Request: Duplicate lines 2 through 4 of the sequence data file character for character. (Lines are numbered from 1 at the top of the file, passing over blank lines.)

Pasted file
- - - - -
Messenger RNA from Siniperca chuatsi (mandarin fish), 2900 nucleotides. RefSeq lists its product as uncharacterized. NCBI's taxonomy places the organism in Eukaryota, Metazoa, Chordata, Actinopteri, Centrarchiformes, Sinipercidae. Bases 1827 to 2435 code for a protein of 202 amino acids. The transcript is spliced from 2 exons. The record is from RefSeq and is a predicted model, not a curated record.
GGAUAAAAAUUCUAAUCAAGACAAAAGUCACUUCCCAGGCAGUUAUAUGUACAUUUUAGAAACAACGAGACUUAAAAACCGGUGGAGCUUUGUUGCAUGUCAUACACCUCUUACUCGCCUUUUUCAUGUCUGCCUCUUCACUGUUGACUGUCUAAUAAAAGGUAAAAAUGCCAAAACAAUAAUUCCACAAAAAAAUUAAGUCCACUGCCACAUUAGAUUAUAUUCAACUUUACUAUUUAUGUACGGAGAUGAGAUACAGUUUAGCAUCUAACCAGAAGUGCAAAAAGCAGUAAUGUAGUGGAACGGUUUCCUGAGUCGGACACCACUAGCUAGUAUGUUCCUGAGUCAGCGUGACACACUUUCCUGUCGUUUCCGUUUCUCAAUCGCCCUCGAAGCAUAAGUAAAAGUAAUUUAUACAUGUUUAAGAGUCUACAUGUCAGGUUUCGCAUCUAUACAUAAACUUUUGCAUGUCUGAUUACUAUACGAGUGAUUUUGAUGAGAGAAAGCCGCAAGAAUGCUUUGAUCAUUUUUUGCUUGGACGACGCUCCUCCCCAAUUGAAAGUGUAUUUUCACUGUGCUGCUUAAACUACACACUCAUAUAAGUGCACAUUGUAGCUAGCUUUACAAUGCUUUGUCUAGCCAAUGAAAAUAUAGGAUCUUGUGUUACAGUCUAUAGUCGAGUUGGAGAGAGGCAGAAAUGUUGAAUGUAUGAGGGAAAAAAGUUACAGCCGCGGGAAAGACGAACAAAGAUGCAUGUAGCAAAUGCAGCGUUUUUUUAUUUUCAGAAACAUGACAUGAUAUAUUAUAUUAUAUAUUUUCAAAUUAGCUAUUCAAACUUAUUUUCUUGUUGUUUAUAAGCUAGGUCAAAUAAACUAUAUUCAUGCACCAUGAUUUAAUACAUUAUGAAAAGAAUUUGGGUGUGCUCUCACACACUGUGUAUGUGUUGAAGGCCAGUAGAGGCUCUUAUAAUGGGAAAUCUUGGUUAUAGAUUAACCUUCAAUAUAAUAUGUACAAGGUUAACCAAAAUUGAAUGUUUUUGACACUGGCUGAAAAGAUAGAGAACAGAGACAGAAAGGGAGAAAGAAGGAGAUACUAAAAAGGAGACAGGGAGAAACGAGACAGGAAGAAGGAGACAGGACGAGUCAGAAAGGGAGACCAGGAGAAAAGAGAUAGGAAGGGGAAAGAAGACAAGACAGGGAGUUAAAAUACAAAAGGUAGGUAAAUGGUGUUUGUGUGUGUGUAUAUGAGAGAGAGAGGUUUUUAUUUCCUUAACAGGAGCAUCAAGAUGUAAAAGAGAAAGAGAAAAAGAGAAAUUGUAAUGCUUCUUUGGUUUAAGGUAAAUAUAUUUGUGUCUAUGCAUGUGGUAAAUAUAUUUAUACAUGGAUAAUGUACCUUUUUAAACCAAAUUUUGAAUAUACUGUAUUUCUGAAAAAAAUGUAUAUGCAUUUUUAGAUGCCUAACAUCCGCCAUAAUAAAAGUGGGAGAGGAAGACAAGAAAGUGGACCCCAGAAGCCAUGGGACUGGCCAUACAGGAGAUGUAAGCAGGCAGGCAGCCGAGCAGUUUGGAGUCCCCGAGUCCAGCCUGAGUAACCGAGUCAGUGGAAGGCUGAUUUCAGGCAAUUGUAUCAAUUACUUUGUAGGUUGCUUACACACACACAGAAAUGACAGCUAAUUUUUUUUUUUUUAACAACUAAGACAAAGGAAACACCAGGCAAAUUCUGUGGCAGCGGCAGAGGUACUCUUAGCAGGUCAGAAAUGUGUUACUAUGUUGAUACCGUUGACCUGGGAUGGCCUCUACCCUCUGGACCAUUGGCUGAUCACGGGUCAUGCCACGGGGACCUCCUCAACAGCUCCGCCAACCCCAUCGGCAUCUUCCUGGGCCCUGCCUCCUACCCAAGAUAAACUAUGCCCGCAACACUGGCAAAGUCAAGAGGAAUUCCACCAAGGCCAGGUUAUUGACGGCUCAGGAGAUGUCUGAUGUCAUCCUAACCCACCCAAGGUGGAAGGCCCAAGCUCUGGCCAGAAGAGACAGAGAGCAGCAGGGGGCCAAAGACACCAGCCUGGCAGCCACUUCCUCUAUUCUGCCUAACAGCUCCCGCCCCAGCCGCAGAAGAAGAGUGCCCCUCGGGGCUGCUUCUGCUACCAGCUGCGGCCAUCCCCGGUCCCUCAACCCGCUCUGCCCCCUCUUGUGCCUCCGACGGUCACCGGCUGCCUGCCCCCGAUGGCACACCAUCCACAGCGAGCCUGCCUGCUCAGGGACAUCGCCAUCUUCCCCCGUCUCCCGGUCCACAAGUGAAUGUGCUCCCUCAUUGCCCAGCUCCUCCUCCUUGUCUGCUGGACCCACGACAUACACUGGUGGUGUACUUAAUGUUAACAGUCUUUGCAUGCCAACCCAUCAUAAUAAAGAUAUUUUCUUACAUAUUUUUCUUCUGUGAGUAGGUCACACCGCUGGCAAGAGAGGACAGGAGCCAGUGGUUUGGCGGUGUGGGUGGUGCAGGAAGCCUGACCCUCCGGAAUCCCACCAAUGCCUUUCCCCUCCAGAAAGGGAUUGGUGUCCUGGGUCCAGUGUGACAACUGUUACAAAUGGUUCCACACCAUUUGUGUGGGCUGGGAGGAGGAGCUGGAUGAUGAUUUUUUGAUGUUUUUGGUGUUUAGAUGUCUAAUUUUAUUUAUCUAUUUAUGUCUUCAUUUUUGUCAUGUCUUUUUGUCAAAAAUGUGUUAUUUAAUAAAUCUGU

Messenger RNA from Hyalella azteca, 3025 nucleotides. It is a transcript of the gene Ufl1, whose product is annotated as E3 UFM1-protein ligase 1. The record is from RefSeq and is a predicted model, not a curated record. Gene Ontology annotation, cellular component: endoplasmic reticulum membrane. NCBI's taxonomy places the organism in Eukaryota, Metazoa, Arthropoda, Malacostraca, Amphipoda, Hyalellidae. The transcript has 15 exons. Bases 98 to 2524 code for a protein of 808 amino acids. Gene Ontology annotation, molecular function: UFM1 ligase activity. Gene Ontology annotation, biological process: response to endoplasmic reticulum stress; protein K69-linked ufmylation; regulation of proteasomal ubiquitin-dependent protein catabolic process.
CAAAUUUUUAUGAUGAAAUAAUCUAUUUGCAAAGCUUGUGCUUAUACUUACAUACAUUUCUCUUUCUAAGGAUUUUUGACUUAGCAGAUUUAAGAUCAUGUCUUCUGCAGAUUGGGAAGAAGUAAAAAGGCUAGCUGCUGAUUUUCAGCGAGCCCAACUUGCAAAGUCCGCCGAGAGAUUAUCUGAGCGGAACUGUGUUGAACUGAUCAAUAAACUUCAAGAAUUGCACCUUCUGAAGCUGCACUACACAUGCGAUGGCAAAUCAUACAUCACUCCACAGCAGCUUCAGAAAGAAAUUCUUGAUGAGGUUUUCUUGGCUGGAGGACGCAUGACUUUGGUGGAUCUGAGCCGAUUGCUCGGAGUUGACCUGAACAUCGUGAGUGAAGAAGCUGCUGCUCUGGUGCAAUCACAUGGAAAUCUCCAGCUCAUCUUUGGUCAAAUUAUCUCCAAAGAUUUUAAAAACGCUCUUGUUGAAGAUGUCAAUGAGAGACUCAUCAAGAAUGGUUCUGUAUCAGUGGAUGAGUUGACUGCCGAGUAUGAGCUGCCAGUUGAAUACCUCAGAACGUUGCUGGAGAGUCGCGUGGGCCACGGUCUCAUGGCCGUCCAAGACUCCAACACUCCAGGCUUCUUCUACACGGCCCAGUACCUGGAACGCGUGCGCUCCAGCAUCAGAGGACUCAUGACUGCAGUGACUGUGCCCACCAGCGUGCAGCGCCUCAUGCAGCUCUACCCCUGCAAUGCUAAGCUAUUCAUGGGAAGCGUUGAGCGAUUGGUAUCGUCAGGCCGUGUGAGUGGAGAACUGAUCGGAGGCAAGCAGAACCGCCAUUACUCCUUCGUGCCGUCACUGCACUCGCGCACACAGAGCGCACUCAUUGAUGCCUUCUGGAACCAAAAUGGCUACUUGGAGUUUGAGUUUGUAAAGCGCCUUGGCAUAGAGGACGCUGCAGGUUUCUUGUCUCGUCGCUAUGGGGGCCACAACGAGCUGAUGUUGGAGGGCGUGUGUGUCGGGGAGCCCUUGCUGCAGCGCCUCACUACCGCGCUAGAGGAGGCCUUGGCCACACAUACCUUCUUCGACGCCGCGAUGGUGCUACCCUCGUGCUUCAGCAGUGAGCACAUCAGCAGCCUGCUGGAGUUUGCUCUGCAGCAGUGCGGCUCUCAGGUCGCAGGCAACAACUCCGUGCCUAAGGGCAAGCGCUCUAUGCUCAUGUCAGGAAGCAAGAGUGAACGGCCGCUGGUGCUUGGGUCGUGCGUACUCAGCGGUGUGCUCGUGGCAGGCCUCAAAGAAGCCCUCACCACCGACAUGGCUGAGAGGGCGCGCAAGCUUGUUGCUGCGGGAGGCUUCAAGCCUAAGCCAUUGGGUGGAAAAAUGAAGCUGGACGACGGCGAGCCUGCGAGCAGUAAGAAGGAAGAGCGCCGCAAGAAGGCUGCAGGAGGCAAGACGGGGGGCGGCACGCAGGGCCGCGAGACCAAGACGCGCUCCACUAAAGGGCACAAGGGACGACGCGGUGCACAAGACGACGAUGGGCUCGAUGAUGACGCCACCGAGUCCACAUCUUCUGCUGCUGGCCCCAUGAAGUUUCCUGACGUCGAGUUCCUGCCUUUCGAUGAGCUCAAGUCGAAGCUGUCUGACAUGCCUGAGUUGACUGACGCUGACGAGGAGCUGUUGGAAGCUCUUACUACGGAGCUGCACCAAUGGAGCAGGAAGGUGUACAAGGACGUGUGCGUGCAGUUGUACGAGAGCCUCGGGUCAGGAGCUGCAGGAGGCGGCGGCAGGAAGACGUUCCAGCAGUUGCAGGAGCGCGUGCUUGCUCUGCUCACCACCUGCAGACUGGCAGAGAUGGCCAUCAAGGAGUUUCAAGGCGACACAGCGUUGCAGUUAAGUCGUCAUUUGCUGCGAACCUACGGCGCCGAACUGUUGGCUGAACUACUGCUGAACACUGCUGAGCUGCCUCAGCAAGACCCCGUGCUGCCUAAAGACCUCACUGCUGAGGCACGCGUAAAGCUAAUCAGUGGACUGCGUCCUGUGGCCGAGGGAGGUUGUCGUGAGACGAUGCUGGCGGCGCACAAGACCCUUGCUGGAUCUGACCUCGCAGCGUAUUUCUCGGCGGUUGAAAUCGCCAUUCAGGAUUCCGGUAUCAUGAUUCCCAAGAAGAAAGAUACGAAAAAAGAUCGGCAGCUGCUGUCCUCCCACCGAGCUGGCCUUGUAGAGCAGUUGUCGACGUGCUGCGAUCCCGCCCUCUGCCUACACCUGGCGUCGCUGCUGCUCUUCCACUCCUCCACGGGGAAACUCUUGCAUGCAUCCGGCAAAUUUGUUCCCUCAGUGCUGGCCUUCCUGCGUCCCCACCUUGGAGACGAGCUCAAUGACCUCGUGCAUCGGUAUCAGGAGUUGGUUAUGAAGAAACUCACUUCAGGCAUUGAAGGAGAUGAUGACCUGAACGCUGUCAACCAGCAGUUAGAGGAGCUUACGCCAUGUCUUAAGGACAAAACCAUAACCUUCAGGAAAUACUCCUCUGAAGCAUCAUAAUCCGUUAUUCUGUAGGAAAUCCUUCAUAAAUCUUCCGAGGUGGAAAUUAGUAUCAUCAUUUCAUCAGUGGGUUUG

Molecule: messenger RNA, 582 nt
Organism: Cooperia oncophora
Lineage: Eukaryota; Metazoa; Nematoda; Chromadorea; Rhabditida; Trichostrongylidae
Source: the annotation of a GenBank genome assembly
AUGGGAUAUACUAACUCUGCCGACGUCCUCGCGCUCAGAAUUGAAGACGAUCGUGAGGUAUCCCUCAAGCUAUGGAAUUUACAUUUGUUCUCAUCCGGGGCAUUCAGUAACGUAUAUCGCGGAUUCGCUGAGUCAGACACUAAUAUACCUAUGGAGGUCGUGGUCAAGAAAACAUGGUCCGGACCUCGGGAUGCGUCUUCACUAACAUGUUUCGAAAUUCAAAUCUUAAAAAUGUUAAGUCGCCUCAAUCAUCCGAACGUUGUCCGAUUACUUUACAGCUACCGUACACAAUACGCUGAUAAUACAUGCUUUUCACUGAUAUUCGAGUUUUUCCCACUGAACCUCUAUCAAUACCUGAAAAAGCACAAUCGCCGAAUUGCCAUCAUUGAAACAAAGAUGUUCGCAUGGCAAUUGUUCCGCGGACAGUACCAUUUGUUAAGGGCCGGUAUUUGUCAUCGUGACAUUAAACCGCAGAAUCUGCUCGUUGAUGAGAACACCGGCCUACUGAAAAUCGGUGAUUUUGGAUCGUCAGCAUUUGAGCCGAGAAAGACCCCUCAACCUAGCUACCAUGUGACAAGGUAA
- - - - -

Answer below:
GGAUAAAAAUUCUAAUCAAGACAAAAGUCACUUCCCAGGCAGUUAUAUGUACAUUUUAGAAACAACGAGACUUAAAAACCGGUGGAGCUUUGUUGCAUGUCAUACACCUCUUACUCGCCUUUUUCAUGUCUGCCUCUUCACUGUUGACUGUCUAAUAAAAGGUAAAAAUGCCAAAACAAUAAUUCCACAAAAAAAUUAAGUCCACUGCCACAUUAGAUUAUAUUCAACUUUACUAUUUAUGUACGGAGAUGAGAUACAGUUUAGCAUCUAACCAGAAGUGCAAAAAGCAGUAAUGUAGUGGAACGGUUUCCUGAGUCGGACACCACUAGCUAGUAUGUUCCUGAGUCAGCGUGACACACUUUCCUGUCGUUUCCGUUUCUCAAUCGCCCUCGAAGCAUAAGUAAAAGUAAUUUAUACAUGUUUAAGAGUCUACAUGUCAGGUUUCGCAUCUAUACAUAAACUUUUGCAUGUCUGAUUACUAUACGAGUGAUUUUGAUGAGAGAAAGCCGCAAGAAUGCUUUGAUCAUUUUUUGCUUGGACGACGCUCCUCCCCAAUUGAAAGUGUAUUUUCACUGUGCUGCUUAAACUACACACUCAUAUAAGUGCACAUUGUAGCUAGCUUUACAAUGCUUUGUCUAGCCAAUGAAAAUAUAGGAUCUUGUGUUACAGUCUAUAGUCGAGUUGGAGAGAGGCAGAAAUGUUGAAUGUAUGAGGGAAAAAAGUUACAGCCGCGGGAAAGACGAACAAAGAUGCAUGUAGCAAAUGCAGCGUUUUUUUAUUUUCAGAAACAUGACAUGAUAUAUUAUAUUAUAUAUUUUCAAAUUAGCUAUUCAAACUUAUUUUCUUGUUGUUUAUAAGCUAGGUCAAAUAAACUAUAUUCAUGCACCAUGAUUUAAUACAUUAUGAAAAGAAUUUGGGUGUGCUCUCACACACUGUGUAUGUGUUGAAGGCCAGUAGAGGCUCUUAUAAUGGGAAAUCUUGGUUAUAGAUUAACCUUCAAUAUAAUAUGUACAAGGUUAACCAAAAUUGAAUGUUUUUGACACUGGCUGAAAAGAUAGAGAACAGAGACAGAAAGGGAGAAAGAAGGAGAUACUAAAAAGGAGACAGGGAGAAACGAGACAGGAAGAAGGAGACAGGACGAGUCAGAAAGGGAGACCAGGAGAAAAGAGAUAGGAAGGGGAAAGAAGACAAGACAGGGAGUUAAAAUACAAAAGGUAGGUAAAUGGUGUUUGUGUGUGUGUAUAUGAGAGAGAGAGGUUUUUAUUUCCUUAACAGGAGCAUCAAGAUGUAAAAGAGAAAGAGAAAAAGAGAAAUUGUAAUGCUUCUUUGGUUUAAGGUAAAUAUAUUUGUGUCUAUGCAUGUGGUAAAUAUAUUUAUACAUGGAUAAUGUACCUUUUUAAACCAAAUUUUGAAUAUACUGUAUUUCUGAAAAAAAUGUAUAUGCAUUUUUAGAUGCCUAACAUCCGCCAUAAUAAAAGUGGGAGAGGAAGACAAGAAAGUGGACCCCAGAAGCCAUGGGACUGGCCAUACAGGAGAUGUAAGCAGGCAGGCAGCCGAGCAGUUUGGAGUCCCCGAGUCCAGCCUGAGUAACCGAGUCAGUGGAAGGCUGAUUUCAGGCAAUUGUAUCAAUUACUUUGUAGGUUGCUUACACACACACAGAAAUGACAGCUAAUUUUUUUUUUUUUAACAACUAAGACAAAGGAAACACCAGGCAAAUUCUGUGGCAGCGGCAGAGGUACUCUUAGCAGGUCAGAAAUGUGUUACUAUGUUGAUACCGUUGACCUGGGAUGGCCUCUACCCUCUGGACCAUUGGCUGAUCACGGGUCAUGCCACGGGGACCUCCUCAACAGCUCCGCCAACCCCAUCGGCAUCUUCCUGGGCCCUGCCUCCUACCCAAGAUAAACUAUGCCCGCAACACUGGCAAAGUCAAGAGGAAUUCCACCAAGGCCAGGUUAUUGACGGCUCAGGAGAUGUCUGAUGUCAUCCUAACCCACCCAAGGUGGAAGGCCCAAGCUCUGGCCAGAAGAGACAGAGAGCAGCAGGGGGCCAAAGACACCAGCCUGGCAGCCACUUCCUCUAUUCUGCCUAACAGCUCCCGCCCCAGCCGCAGAAGAAGAGUGCCCCUCGGGGCUGCUUCUGCUACCAGCUGCGGCCAUCCCCGGUCCCUCAACCCGCUCUGCCCCCUCUUGUGCCUCCGACGGUCACCGGCUGCCUGCCCCCGAUGGCACACCAUCCACAGCGAGCCUGCCUGCUCAGGGACAUCGCCAUCUUCCCCCGUCUCCCGGUCCACAAGUGAAUGUGCUCCCUCAUUGCCCAGCUCCUCCUCCUUGUCUGCUGGACCCACGACAUACACUGGUGGUGUACUUAAUGUUAACAGUCUUUGCAUGCCAACCCAUCAUAAUAAAGAUAUUUUCUUACAUAUUUUUCUUCUGUGAGUAGGUCACACCGCUGGCAAGAGAGGACAGGAGCCAGUGGUUUGGCGGUGUGGGUGGUGCAGGAAGCCUGACCCUCCGGAAUCCCACCAAUGCCUUUCCCCUCCAGAAAGGGAUUGGUGUCCUGGGUCCAGUGUGACAACUGUUACAAAUGGUUCCACACCAUUUGUGUGGGCUGGGAGGAGGAGCUGGAUGAUGAUUUUUUGAUGUUUUUGGUGUUUAGAUGUCUAAUUUUAUUUAUCUAUUUAUGUCUUCAUUUUUGUCAUGUCUUUUUGUCAAAAAUGUGUUAUUUAAUAAAUCUGU

Messenger RNA from Hyalella azteca, 3025 nucleotides. It is a transcript of the gene Ufl1, whose product is annotated as E3 UFM1-protein ligase 1. The record is from RefSeq and is a predicted model, not a curated record. Gene Ontology annotation, cellular component: endoplasmic reticulum membrane. NCBI's taxonomy places the organism in Eukaryota, Metazoa, Arthropoda, Malacostraca, Amphipoda, Hyalellidae. The transcript has 15 exons. Bases 98 to 2524 code for a protein of 808 amino acids. Gene Ontology annotation, molecular function: UFM1 ligase activity. Gene Ontology annotation, biological process: response to endoplasmic reticulum stress; protein K69-linked ufmylation; regulation of proteasomal ubiquitin-dependent protein catabolic process.
CAAAUUUUUAUGAUGAAAUAAUCUAUUUGCAAAGCUUGUGCUUAUACUUACAUACAUUUCUCUUUCUAAGGAUUUUUGACUUAGCAGAUUUAAGAUCAUGUCUUCUGCAGAUUGGGAAGAAGUAAAAAGGCUAGCUGCUGAUUUUCAGCGAGCCCAACUUGCAAAGUCCGCCGAGAGAUUAUCUGAGCGGAACUGUGUUGAACUGAUCAAUAAACUUCAAGAAUUGCACCUUCUGAAGCUGCACUACACAUGCGAUGGCAAAUCAUACAUCACUCCACAGCAGCUUCAGAAAGAAAUUCUUGAUGAGGUUUUCUUGGCUGGAGGACGCAUGACUUUGGUGGAUCUGAGCCGAUUGCUCGGAGUUGACCUGAACAUCGUGAGUGAAGAAGCUGCUGCUCUGGUGCAAUCACAUGGAAAUCUCCAGCUCAUCUUUGGUCAAAUUAUCUCCAAAGAUUUUAAAAACGCUCUUGUUGAAGAUGUCAAUGAGAGACUCAUCAAGAAUGGUUCUGUAUCAGUGGAUGAGUUGACUGCCGAGUAUGAGCUGCCAGUUGAAUACCUCAGAACGUUGCUGGAGAGUCGCGUGGGCCACGGUCUCAUGGCCGUCCAAGACUCCAACACUCCAGGCUUCUUCUACACGGCCCAGUACCUGGAACGCGUGCGCUCCAGCAUCAGAGGACUCAUGACUGCAGUGACUGUGCCCACCAGCGUGCAGCGCCUCAUGCAGCUCUACCCCUGCAAUGCUAAGCUAUUCAUGGGAAGCGUUGAGCGAUUGGUAUCGUCAGGCCGUGUGAGUGGAGAACUGAUCGGAGGCAAGCAGAACCGCCAUUACUCCUUCGUGCCGUCACUGCACUCGCGCACACAGAGCGCACUCAUUGAUGCCUUCUGGAACCAAAAUGGCUACUUGGAGUUUGAGUUUGUAAAGCGCCUUGGCAUAGAGGACGCUGCAGGUUUCUUGUCUCGUCGCUAUGGGGGCCACAACGAGCUGAUGUUGGAGGGCGUGUGUGUCGGGGAGCCCUUGCUGCAGCGCCUCACUACCGCGCUAGAGGAGGCCUUGGCCACACAUACCUUCUUCGACGCCGCGAUGGUGCUACCCUCGUGCUUCAGCAGUGAGCACAUCAGCAGCCUGCUGGAGUUUGCUCUGCAGCAGUGCGGCUCUCAGGUCGCAGGCAACAACUCCGUGCCUAAGGGCAAGCGCUCUAUGCUCAUGUCAGGAAGCAAGAGUGAACGGCCGCUGGUGCUUGGGUCGUGCGUACUCAGCGGUGUGCUCGUGGCAGGCCUCAAAGAAGCCCUCACCACCGACAUGGCUGAGAGGGCGCGCAAGCUUGUUGCUGCGGGAGGCUUCAAGCCUAAGCCAUUGGGUGGAAAAAUGAAGCUGGACGACGGCGAGCCUGCGAGCAGUAAGAAGGAAGAGCGCCGCAAGAAGGCUGCAGGAGGCAAGACGGGGGGCGGCACGCAGGGCCGCGAGACCAAGACGCGCUCCACUAAAGGGCACAAGGGACGACGCGGUGCACAAGACGACGAUGGGCUCGAUGAUGACGCCACCGAGUCCACAUCUUCUGCUGCUGGCCCCAUGAAGUUUCCUGACGUCGAGUUCCUGCCUUUCGAUGAGCUCAAGUCGAAGCUGUCUGACAUGCCUGAGUUGACUGACGCUGACGAGGAGCUGUUGGAAGCUCUUACUACGGAGCUGCACCAAUGGAGCAGGAAGGUGUACAAGGACGUGUGCGUGCAGUUGUACGAGAGCCUCGGGUCAGGAGCUGCAGGAGGCGGCGGCAGGAAGACGUUCCAGCAGUUGCAGGAGCGCGUGCUUGCUCUGCUCACCACCUGCAGACUGGCAGAGAUGGCCAUCAAGGAGUUUCAAGGCGACACAGCGUUGCAGUUAAGUCGUCAUUUGCUGCGAACCUACGGCGCCGAACUGUUGGCUGAACUACUGCUGAACACUGCUGAGCUGCCUCAGCAAGACCCCGUGCUGCCUAAAGACCUCACUGCUGAGGCACGCGUAAAGCUAAUCAGUGGACUGCGUCCUGUGGCCGAGGGAGGUUGUCGUGAGACGAUGCUGGCGGCGCACAAGACCCUUGCUGGAUCUGACCUCGCAGCGUAUUUCUCGGCGGUUGAAAUCGCCAUUCAGGAUUCCGGUAUCAUGAUUCCCAAGAAGAAAGAUACGAAAAAAGAUCGGCAGCUGCUGUCCUCCCACCGAGCUGGCCUUGUAGAGCAGUUGUCGACGUGCUGCGAUCCCGCCCUCUGCCUACACCUGGCGUCGCUGCUGCUCUUCCACUCCUCCACGGGGAAACUCUUGCAUGCAUCCGGCAAAUUUGUUCCCUCAGUGCUGGCCUUCCUGCGUCCCCACCUUGGAGACGAGCUCAAUGACCUCGUGCAUCGGUAUCAGGAGUUGGUUAUGAAGAAACUCACUUCAGGCAUUGAAGGAGAUGAUGACCUGAACGCUGUCAACCAGCAGUUAGAGGAGCUUACGCCAUGUCUUAAGGACAAAACCAUAACCUUCAGGAAAUACUCCUCUGAAGCAUCAUAAUCCGUUAUUCUGUAGGAAAUCCUUCAUAAAUCUUCCGAGGUGGAAAUUAGUAUCAUCAUUUCAUCAGUGGGUUUG